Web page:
On an day full of twists and turns where two teenagers booked their place in maiden Grand Slam quarter-finals, Felix Auger-Aliassime recovered from a set down, taking Frances Tiafoe’s best punches and silenced the raucous Arthur Ashe crowd to break a 12-year piece of history.
Auger-Aliassime recovers from nervous start in style
Auger-Aliassime (#12) bt. Tiafoe 4-6, 6-2, 7-6, 6-4
- Recovers from set down to win, saved set point in third set tiebreak after starting match 0-8 on break point chances
- Auger-Aliassime is youngest man to reach successive Grand Slam quarter-finals since Juan Martin del Potro in 2009
- Will play Carlos Alcaraz on Tuesday in QFs, the Spaniard is youngest at this stage since Thomaz Koch in 1963
It wasn’t easy, but Felix Auger-Aliassime absorbed some of Frances Tiafoe’s best shots and remained even-keeled despite understandable frustration – at potentially pivotal moments – to book a second successive Grand Slam quarter-final.
There was plenty, from going down an early break of serve in the very first game, to almost being docked a point after having a ball drop from his pocket mid-point – twice – and more instances.
The crowd were unmistakably behind Tiafoe and they had reason to be: their man started brilliantly, just like Jack Sock against Alexander Zverev yesterday, but there was a different sense of inevitability about how proceedings would unfold, the longer this matchup went.
While Sock’s lack of match sharpness against top players and physical conditioning meant he faded as his body let him down, Tiafoe’s tendencies appear more mental.
He might start fast and not sustain that level, or finish strong but leave the audience wondering what if he had began said match in that same vein of shot-making form and steely composure.
The 23-year-old did well to save eight break point opportunities but made it harder for himself during those service games, almost always down 30-0 on serve and fighting to keep Felix at bay, rather than impose his will on a slow-starting Canadian with the crowd firmly behind him.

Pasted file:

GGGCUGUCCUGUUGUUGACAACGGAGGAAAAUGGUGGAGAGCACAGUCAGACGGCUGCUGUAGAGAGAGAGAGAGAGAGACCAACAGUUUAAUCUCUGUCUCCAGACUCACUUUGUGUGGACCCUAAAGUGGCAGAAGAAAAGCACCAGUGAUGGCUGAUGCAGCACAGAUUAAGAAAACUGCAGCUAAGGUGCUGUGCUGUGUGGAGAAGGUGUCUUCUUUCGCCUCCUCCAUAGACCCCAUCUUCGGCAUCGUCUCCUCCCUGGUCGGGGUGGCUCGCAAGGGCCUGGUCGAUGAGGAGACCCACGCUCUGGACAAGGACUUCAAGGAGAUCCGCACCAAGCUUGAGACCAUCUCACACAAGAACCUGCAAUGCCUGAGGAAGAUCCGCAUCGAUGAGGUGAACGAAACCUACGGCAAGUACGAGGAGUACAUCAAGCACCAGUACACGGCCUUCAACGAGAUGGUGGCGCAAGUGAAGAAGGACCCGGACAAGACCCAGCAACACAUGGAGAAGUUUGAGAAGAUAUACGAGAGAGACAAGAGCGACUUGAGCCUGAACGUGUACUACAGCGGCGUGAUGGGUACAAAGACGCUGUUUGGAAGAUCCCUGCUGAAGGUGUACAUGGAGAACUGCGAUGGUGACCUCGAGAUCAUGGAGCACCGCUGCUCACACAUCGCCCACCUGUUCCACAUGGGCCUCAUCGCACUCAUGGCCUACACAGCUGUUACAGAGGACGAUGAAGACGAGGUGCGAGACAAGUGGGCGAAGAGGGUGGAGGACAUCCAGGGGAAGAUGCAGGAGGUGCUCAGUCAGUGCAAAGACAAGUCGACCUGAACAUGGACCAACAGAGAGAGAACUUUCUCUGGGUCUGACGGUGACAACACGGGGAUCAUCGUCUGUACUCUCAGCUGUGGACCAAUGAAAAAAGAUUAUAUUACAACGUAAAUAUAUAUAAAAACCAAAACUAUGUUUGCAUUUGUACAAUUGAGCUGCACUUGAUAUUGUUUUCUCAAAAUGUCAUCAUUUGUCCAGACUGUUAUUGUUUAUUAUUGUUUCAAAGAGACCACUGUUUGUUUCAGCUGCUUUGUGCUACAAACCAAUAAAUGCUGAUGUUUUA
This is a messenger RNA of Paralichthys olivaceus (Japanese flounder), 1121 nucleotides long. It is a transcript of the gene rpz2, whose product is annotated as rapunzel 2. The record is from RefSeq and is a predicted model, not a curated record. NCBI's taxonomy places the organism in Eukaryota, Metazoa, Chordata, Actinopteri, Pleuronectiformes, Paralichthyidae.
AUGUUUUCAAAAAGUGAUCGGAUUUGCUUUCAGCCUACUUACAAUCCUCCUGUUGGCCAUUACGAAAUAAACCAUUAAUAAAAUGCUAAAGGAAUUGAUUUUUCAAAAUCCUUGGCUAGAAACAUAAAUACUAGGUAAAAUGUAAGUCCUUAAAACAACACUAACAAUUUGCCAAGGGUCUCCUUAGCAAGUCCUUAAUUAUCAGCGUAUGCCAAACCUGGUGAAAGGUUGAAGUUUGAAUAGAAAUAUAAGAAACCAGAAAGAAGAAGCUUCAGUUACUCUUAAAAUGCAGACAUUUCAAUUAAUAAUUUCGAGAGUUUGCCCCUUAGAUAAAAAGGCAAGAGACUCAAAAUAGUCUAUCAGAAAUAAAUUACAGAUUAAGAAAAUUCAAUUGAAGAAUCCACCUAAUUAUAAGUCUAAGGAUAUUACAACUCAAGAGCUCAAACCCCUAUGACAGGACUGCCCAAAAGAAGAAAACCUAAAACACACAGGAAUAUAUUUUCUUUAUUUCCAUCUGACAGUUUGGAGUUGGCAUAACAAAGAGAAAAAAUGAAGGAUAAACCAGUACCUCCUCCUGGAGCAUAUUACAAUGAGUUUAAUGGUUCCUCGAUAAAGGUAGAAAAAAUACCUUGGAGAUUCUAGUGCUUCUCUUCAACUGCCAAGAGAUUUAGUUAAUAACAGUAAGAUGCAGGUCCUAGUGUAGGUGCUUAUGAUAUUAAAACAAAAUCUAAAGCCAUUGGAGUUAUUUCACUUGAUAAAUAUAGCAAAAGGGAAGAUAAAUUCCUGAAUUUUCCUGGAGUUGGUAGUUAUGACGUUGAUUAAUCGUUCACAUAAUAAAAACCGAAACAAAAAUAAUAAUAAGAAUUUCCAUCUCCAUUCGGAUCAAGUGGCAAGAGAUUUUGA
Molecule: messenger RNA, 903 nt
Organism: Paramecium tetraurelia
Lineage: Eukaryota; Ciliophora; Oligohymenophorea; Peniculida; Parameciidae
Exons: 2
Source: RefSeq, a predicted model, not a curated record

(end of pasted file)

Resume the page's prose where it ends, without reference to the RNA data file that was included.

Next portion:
In set two, Auger-Aliassime’s level increased and he duly responded with more brilliant winners.
Importantly, he seized those missed break points and made a competitive match even closer, as the tide began turning. Tiafoe saved two set points down 5-4 on serve and, bettering Novak Djokovic’s speeds yesterday, produced some gutsy serves in response: 139mph anyone?
Even still, Felix really did have the set on his strings but fired two makeable forehands into the net as they were suddenly engaged in a tense tiebreak.
That was because Tiafoe’s delicate drop shot volley winner saved another set point. But alas, excellent shots like his ridiculous return shot, low to the ground, at 4-4 in the tiebreak reaffirmed the impression that Felix was firmly into his stride.
Auger-Aliassime saved a set point himself, then eventually secured set three on his fourth attempt in a 69-minute set that could’ve gone either way, even if Tiafoe felt like he was reliant on his serving percentages at times.
After being broken at the start of set four, Tiafoe looked to break straight back. Felix responded by saving three break points and that felt pivotal, establishing a good hold of serve despite struggling with his first serve accuracy (1/7 first serves made in game 2, set four).
Tiafoe’s level started to noticeably drop as his head did the same, allowing Auger-Aliassime to eventually clinch the final set 6-4 without much trouble after that sequence of events.
It was a fantastic encounter that swung one way, then the next, but also highlighted why there’s a 35-odd place gap between the pair in the ATP rankings at present.
Tiafoe’s historically struggled to back up his big wins and unfortunately, this serves as another example that he’ll wish he could’ve executed better after earning that initial advantage.
As for Auger-Aliassime, he plays Stefanos Tsitsipas’ conqueror Carlos Alcaraz after the 18-year-old recovered from a set down and was nursing some niggling discomfort before outlasting German qualifier Peter Gojowczyk 5-7, 6-1, 5-7, 6-2, 6-0.